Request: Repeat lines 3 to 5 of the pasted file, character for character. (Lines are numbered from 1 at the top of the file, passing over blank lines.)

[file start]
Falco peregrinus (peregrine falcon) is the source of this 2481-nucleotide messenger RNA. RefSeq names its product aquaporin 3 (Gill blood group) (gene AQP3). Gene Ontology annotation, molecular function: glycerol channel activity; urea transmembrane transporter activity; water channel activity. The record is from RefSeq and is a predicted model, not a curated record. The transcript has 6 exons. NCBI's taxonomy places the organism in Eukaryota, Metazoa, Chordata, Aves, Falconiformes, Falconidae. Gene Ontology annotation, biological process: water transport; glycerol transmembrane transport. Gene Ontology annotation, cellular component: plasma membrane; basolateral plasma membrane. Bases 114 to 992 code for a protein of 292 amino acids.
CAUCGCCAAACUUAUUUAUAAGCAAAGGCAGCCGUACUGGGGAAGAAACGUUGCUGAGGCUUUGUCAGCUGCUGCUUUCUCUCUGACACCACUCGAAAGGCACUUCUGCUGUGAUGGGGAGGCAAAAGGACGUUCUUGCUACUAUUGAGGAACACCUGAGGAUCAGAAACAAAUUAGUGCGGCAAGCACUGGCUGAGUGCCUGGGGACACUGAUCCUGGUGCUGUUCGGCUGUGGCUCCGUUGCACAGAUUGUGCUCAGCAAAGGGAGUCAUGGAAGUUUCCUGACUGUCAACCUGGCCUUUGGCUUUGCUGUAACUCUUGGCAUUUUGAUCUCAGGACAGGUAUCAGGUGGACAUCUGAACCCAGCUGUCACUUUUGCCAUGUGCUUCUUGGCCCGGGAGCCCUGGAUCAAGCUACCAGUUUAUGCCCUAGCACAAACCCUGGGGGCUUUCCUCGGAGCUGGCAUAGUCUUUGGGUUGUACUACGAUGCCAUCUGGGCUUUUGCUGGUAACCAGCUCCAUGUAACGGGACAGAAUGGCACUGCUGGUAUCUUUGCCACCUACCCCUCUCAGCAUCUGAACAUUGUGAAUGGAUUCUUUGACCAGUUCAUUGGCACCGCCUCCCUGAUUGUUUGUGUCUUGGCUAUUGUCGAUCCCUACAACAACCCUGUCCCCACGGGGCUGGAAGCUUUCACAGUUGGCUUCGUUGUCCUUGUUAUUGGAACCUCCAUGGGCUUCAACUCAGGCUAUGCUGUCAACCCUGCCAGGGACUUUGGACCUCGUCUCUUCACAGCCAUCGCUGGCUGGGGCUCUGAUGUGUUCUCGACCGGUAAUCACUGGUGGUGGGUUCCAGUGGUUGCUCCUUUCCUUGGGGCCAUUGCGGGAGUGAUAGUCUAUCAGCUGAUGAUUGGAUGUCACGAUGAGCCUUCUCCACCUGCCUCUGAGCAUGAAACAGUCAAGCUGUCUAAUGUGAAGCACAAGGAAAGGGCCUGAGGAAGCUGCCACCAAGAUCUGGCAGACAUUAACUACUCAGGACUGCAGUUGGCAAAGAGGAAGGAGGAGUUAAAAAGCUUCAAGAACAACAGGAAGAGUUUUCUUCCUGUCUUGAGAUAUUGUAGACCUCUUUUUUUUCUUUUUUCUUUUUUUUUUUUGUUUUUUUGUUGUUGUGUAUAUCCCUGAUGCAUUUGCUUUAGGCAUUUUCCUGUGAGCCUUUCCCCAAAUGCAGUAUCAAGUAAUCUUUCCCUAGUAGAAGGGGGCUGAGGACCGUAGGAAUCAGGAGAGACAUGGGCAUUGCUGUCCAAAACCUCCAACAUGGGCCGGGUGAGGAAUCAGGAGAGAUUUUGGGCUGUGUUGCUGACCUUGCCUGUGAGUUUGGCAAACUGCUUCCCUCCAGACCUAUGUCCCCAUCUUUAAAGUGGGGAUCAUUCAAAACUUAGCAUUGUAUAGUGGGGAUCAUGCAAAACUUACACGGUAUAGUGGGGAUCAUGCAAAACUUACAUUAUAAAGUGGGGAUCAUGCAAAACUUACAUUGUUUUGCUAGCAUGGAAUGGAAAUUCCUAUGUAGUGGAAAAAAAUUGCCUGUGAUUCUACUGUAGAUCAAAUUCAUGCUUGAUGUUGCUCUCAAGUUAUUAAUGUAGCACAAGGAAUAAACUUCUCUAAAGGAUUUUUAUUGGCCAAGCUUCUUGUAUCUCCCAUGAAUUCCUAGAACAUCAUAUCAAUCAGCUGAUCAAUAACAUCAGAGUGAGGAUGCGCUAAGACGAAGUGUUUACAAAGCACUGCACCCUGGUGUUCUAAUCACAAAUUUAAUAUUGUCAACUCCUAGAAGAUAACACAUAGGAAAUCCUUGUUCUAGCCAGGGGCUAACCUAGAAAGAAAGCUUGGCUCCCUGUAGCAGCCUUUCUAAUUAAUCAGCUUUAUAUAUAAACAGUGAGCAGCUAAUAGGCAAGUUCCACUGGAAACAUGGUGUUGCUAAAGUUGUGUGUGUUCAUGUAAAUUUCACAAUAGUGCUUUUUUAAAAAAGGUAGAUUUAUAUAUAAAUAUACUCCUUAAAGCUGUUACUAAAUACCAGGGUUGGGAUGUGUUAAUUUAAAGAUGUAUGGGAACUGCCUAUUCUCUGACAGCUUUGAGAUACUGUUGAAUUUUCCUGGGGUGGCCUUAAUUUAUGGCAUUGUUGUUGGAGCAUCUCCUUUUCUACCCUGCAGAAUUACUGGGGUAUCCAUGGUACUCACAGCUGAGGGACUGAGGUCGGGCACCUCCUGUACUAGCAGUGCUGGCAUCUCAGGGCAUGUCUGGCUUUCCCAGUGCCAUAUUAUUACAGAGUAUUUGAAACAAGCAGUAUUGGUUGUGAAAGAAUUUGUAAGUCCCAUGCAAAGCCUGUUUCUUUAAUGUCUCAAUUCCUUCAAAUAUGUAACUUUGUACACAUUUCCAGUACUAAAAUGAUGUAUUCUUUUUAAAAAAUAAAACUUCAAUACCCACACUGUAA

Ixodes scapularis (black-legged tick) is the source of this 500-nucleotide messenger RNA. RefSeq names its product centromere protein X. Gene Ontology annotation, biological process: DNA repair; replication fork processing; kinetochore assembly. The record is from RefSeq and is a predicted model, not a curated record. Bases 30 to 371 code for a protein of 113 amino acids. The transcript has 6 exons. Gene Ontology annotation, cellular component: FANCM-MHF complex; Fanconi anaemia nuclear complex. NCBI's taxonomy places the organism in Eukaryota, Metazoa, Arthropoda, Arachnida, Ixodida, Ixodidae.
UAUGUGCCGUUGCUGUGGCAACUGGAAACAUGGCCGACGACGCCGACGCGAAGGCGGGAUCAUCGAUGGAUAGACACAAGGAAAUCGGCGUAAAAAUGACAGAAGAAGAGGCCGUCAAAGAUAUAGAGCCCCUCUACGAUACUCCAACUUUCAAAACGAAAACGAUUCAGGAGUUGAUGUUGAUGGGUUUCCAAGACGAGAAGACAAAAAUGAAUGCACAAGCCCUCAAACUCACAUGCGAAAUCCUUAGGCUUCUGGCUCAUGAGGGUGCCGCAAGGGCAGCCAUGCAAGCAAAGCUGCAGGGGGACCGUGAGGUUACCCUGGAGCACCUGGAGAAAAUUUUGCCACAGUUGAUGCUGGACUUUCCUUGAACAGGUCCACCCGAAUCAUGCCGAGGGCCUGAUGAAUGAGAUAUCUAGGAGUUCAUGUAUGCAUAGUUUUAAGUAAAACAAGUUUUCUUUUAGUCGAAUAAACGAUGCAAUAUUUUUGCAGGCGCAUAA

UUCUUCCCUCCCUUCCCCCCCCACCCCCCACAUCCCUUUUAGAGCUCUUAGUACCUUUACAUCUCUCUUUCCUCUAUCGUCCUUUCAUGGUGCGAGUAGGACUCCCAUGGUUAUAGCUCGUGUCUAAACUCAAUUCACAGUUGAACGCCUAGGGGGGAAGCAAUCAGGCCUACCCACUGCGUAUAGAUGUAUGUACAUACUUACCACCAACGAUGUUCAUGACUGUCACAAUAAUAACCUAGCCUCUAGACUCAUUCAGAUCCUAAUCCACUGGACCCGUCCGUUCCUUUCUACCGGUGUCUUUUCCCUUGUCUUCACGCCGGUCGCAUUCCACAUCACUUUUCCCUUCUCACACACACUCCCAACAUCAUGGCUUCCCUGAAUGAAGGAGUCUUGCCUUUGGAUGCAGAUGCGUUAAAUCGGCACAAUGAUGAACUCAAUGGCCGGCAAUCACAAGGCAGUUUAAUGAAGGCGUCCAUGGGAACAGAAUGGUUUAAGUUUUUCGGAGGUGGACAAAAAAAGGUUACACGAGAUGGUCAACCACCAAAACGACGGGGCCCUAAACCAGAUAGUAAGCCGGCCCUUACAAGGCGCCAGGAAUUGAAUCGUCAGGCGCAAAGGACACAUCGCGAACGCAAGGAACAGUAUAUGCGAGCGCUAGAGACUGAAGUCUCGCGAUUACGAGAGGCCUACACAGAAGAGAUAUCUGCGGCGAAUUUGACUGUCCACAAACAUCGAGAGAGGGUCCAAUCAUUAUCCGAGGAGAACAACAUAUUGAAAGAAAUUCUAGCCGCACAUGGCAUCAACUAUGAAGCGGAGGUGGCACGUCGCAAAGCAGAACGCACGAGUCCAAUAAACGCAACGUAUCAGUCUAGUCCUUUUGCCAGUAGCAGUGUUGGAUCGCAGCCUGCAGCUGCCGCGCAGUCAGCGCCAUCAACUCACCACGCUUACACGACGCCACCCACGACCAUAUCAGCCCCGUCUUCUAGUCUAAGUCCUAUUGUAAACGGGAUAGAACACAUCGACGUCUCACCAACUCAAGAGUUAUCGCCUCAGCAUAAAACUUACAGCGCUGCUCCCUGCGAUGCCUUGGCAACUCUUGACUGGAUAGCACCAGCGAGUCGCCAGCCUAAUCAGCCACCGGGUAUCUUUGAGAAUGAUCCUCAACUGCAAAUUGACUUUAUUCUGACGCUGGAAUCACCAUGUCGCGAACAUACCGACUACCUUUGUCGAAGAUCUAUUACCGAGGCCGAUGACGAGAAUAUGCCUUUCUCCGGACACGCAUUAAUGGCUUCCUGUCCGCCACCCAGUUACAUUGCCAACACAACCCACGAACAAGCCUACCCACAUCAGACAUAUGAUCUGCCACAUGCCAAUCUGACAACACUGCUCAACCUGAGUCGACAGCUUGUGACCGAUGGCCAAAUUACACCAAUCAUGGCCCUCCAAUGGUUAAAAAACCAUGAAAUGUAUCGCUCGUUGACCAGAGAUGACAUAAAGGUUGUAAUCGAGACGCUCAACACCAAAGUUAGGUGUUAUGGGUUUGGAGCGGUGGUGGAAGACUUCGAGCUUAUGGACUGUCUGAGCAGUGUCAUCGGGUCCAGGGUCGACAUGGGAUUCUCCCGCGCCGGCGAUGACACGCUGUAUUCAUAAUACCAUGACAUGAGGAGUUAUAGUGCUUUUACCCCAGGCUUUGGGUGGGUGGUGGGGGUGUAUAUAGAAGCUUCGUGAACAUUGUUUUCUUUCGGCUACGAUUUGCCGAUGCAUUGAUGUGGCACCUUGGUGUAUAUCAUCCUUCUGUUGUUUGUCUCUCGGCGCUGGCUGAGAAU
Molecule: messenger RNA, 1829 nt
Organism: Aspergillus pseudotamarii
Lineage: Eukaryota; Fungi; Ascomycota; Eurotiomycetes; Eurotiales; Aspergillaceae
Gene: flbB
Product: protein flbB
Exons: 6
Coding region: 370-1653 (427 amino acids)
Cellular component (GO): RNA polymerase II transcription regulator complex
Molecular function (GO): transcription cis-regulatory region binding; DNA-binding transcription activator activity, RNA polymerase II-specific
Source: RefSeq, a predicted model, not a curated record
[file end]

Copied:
Ixodes scapularis (black-legged tick) is the source of this 500-nucleotide messenger RNA. RefSeq names its product centromere protein X. Gene Ontology annotation, biological process: DNA repair; replication fork processing; kinetochore assembly. The record is from RefSeq and is a predicted model, not a curated record. Bases 30 to 371 code for a protein of 113 amino acids. The transcript has 6 exons. Gene Ontology annotation, cellular component: FANCM-MHF complex; Fanconi anaemia nuclear complex. NCBI's taxonomy places the organism in Eukaryota, Metazoa, Arthropoda, Arachnida, Ixodida, Ixodidae.
UAUGUGCCGUUGCUGUGGCAACUGGAAACAUGGCCGACGACGCCGACGCGAAGGCGGGAUCAUCGAUGGAUAGACACAAGGAAAUCGGCGUAAAAAUGACAGAAGAAGAGGCCGUCAAAGAUAUAGAGCCCCUCUACGAUACUCCAACUUUCAAAACGAAAACGAUUCAGGAGUUGAUGUUGAUGGGUUUCCAAGACGAGAAGACAAAAAUGAAUGCACAAGCCCUCAAACUCACAUGCGAAAUCCUUAGGCUUCUGGCUCAUGAGGGUGCCGCAAGGGCAGCCAUGCAAGCAAAGCUGCAGGGGGACCGUGAGGUUACCCUGGAGCACCUGGAGAAAAUUUUGCCACAGUUGAUGCUGGACUUUCCUUGAACAGGUCCACCCGAAUCAUGCCGAGGGCCUGAUGAAUGAGAUAUCUAGGAGUUCAUGUAUGCAUAGUUUUAAGUAAAACAAGUUUUCUUUUAGUCGAAUAAACGAUGCAAUAUUUUUGCAGGCGCAUAA

UUCUUCCCUCCCUUCCCCCCCCACCCCCCACAUCCCUUUUAGAGCUCUUAGUACCUUUACAUCUCUCUUUCCUCUAUCGUCCUUUCAUGGUGCGAGUAGGACUCCCAUGGUUAUAGCUCGUGUCUAAACUCAAUUCACAGUUGAACGCCUAGGGGGGAAGCAAUCAGGCCUACCCACUGCGUAUAGAUGUAUGUACAUACUUACCACCAACGAUGUUCAUGACUGUCACAAUAAUAACCUAGCCUCUAGACUCAUUCAGAUCCUAAUCCACUGGACCCGUCCGUUCCUUUCUACCGGUGUCUUUUCCCUUGUCUUCACGCCGGUCGCAUUCCACAUCACUUUUCCCUUCUCACACACACUCCCAACAUCAUGGCUUCCCUGAAUGAAGGAGUCUUGCCUUUGGAUGCAGAUGCGUUAAAUCGGCACAAUGAUGAACUCAAUGGCCGGCAAUCACAAGGCAGUUUAAUGAAGGCGUCCAUGGGAACAGAAUGGUUUAAGUUUUUCGGAGGUGGACAAAAAAAGGUUACACGAGAUGGUCAACCACCAAAACGACGGGGCCCUAAACCAGAUAGUAAGCCGGCCCUUACAAGGCGCCAGGAAUUGAAUCGUCAGGCGCAAAGGACACAUCGCGAACGCAAGGAACAGUAUAUGCGAGCGCUAGAGACUGAAGUCUCGCGAUUACGAGAGGCCUACACAGAAGAGAUAUCUGCGGCGAAUUUGACUGUCCACAAACAUCGAGAGAGGGUCCAAUCAUUAUCCGAGGAGAACAACAUAUUGAAAGAAAUUCUAGCCGCACAUGGCAUCAACUAUGAAGCGGAGGUGGCACGUCGCAAAGCAGAACGCACGAGUCCAAUAAACGCAACGUAUCAGUCUAGUCCUUUUGCCAGUAGCAGUGUUGGAUCGCAGCCUGCAGCUGCCGCGCAGUCAGCGCCAUCAACUCACCACGCUUACACGACGCCACCCACGACCAUAUCAGCCCCGUCUUCUAGUCUAAGUCCUAUUGUAAACGGGAUAGAACACAUCGACGUCUCACCAACUCAAGAGUUAUCGCCUCAGCAUAAAACUUACAGCGCUGCUCCCUGCGAUGCCUUGGCAACUCUUGACUGGAUAGCACCAGCGAGUCGCCAGCCUAAUCAGCCACCGGGUAUCUUUGAGAAUGAUCCUCAACUGCAAAUUGACUUUAUUCUGACGCUGGAAUCACCAUGUCGCGAACAUACCGACUACCUUUGUCGAAGAUCUAUUACCGAGGCCGAUGACGAGAAUAUGCCUUUCUCCGGACACGCAUUAAUGGCUUCCUGUCCGCCACCCAGUUACAUUGCCAACACAACCCACGAACAAGCCUACCCACAUCAGACAUAUGAUCUGCCACAUGCCAAUCUGACAACACUGCUCAACCUGAGUCGACAGCUUGUGACCGAUGGCCAAAUUACACCAAUCAUGGCCCUCCAAUGGUUAAAAAACCAUGAAAUGUAUCGCUCGUUGACCAGAGAUGACAUAAAGGUUGUAAUCGAGACGCUCAACACCAAAGUUAGGUGUUAUGGGUUUGGAGCGGUGGUGGAAGACUUCGAGCUUAUGGACUGUCUGAGCAGUGUCAUCGGGUCCAGGGUCGACAUGGGAUUCUCCCGCGCCGGCGAUGACACGCUGUAUUCAUAAUACCAUGACAUGAGGAGUUAUAGUGCUUUUACCCCAGGCUUUGGGUGGGUGGUGGGGGUGUAUAUAGAAGCUUCGUGAACAUUGUUUUCUUUCGGCUACGAUUUGCCGAUGCAUUGAUGUGGCACCUUGGUGUAUAUCAUCCUUCUGUUGUUUGUCUCUCGGCGCUGGCUGAGAAU